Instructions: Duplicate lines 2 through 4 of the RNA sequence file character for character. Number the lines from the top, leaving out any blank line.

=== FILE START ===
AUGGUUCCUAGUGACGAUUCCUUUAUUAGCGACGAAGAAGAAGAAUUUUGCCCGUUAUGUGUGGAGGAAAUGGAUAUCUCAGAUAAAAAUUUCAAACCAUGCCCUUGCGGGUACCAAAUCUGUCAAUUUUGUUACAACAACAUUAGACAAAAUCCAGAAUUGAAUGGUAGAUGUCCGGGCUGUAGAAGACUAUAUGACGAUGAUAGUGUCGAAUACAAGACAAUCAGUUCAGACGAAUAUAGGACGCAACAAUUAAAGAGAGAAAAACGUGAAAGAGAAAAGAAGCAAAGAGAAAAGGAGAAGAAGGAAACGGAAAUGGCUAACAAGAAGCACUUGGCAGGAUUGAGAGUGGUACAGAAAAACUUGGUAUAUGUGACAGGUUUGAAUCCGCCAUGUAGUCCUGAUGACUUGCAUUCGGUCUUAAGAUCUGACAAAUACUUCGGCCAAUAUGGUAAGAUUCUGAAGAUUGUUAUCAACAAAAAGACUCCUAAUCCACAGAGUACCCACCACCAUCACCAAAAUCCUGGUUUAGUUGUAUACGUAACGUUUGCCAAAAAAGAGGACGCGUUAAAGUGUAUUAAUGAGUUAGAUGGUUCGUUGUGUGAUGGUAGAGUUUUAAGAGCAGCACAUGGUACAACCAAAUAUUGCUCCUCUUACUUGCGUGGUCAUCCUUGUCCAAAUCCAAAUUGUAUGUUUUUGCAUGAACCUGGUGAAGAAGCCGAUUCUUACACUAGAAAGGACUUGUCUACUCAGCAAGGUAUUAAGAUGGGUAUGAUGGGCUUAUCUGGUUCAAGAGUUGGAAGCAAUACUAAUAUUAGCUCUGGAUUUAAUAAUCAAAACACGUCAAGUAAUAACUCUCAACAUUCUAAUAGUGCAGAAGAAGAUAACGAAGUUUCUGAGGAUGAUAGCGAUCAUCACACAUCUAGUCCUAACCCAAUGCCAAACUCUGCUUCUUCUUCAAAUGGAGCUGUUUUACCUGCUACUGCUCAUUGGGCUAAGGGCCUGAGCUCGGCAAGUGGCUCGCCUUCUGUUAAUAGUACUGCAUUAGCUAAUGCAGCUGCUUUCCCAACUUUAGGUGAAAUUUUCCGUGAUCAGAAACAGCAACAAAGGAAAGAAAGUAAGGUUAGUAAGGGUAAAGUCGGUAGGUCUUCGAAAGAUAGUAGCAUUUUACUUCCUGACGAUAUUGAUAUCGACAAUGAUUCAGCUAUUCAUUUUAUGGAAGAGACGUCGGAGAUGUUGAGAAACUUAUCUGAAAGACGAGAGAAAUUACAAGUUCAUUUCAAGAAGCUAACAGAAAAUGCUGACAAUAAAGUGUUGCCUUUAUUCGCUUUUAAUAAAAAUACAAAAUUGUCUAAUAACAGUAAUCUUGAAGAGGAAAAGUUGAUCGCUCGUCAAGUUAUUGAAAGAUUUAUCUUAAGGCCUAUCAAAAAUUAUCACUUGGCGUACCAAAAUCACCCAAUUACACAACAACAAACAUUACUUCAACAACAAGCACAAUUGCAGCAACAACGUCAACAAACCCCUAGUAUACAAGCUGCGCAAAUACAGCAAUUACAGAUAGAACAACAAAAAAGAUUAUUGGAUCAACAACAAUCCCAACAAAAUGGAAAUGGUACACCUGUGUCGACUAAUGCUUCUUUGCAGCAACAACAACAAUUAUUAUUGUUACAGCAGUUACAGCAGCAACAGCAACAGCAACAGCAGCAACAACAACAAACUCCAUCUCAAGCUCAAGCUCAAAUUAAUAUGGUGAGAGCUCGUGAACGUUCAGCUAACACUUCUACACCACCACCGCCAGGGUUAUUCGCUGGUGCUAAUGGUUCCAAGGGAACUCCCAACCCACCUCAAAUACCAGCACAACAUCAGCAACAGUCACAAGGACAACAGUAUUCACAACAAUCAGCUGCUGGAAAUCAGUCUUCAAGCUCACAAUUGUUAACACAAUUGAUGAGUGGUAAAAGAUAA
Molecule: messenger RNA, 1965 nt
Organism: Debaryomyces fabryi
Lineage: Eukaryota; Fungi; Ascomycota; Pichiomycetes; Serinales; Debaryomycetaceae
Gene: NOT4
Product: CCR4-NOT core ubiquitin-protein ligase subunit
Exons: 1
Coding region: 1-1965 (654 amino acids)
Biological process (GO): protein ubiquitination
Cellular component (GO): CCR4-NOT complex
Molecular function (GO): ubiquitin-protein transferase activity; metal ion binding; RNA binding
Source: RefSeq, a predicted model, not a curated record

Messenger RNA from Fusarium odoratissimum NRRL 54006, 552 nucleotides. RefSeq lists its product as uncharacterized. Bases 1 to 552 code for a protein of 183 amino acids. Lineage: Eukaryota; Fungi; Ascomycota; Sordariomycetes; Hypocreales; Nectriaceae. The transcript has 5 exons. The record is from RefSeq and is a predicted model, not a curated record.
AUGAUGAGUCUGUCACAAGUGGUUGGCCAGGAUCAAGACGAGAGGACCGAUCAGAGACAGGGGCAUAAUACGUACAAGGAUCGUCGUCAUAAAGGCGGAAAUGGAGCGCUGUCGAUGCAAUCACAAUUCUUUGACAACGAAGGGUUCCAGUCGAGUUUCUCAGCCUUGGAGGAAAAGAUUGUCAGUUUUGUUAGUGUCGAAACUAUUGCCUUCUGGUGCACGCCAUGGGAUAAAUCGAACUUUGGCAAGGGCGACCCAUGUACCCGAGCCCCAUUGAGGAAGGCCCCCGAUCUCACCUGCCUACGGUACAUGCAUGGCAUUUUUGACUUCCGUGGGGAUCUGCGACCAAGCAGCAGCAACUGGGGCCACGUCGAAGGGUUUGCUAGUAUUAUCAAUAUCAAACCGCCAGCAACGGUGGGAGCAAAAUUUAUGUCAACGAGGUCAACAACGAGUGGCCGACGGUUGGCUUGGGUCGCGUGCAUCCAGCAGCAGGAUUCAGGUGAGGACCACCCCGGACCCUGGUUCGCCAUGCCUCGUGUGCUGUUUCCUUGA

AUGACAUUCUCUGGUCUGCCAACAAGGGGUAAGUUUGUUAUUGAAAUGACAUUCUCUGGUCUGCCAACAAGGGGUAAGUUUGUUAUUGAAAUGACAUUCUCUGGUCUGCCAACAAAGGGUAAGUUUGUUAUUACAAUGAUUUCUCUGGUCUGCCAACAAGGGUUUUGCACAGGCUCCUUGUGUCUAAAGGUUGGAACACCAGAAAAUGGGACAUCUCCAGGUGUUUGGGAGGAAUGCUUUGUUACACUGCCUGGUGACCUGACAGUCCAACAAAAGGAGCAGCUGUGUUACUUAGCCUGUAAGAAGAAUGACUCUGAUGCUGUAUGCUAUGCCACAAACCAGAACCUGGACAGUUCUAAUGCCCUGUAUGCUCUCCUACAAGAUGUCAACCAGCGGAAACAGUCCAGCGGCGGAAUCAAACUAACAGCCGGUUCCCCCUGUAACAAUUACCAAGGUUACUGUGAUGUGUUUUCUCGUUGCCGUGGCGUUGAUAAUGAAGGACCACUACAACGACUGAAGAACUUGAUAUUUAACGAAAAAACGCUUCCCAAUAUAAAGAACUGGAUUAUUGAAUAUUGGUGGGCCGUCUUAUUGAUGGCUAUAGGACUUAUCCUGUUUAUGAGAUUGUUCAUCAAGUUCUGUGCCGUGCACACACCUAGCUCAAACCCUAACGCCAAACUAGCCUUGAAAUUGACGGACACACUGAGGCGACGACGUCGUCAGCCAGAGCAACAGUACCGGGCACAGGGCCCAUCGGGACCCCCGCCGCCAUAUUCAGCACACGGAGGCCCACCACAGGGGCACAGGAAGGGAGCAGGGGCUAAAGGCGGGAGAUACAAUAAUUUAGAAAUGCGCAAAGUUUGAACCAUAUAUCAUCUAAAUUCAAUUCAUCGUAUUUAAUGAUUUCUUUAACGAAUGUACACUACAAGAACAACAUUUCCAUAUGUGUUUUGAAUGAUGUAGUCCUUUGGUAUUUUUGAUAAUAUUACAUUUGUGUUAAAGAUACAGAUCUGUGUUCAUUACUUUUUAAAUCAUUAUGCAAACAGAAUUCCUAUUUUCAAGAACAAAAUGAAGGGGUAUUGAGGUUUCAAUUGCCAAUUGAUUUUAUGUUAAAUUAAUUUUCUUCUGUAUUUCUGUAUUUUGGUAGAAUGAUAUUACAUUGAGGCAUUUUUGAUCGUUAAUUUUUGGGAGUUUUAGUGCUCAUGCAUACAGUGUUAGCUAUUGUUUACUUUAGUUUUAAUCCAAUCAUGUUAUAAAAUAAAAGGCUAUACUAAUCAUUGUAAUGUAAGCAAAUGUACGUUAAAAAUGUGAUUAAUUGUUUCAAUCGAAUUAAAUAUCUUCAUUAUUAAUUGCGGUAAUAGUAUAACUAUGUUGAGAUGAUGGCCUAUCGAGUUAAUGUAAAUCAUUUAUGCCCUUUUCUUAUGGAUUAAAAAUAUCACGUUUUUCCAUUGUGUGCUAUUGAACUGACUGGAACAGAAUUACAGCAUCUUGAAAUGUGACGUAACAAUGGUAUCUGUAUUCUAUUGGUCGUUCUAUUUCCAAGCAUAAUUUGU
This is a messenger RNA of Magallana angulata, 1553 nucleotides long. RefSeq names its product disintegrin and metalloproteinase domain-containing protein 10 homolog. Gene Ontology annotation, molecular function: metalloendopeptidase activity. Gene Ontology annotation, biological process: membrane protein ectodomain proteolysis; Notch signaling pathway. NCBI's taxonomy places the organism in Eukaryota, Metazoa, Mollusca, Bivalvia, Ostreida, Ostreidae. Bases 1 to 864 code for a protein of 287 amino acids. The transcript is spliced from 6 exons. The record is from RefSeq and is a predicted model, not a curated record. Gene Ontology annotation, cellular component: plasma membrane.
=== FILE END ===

Molecule: messenger RNA, 1965 nt
Organism: Debaryomyces fabryi
Lineage: Eukaryota; Fungi; Ascomycota; Pichiomycetes; Serinales; Debaryomycetaceae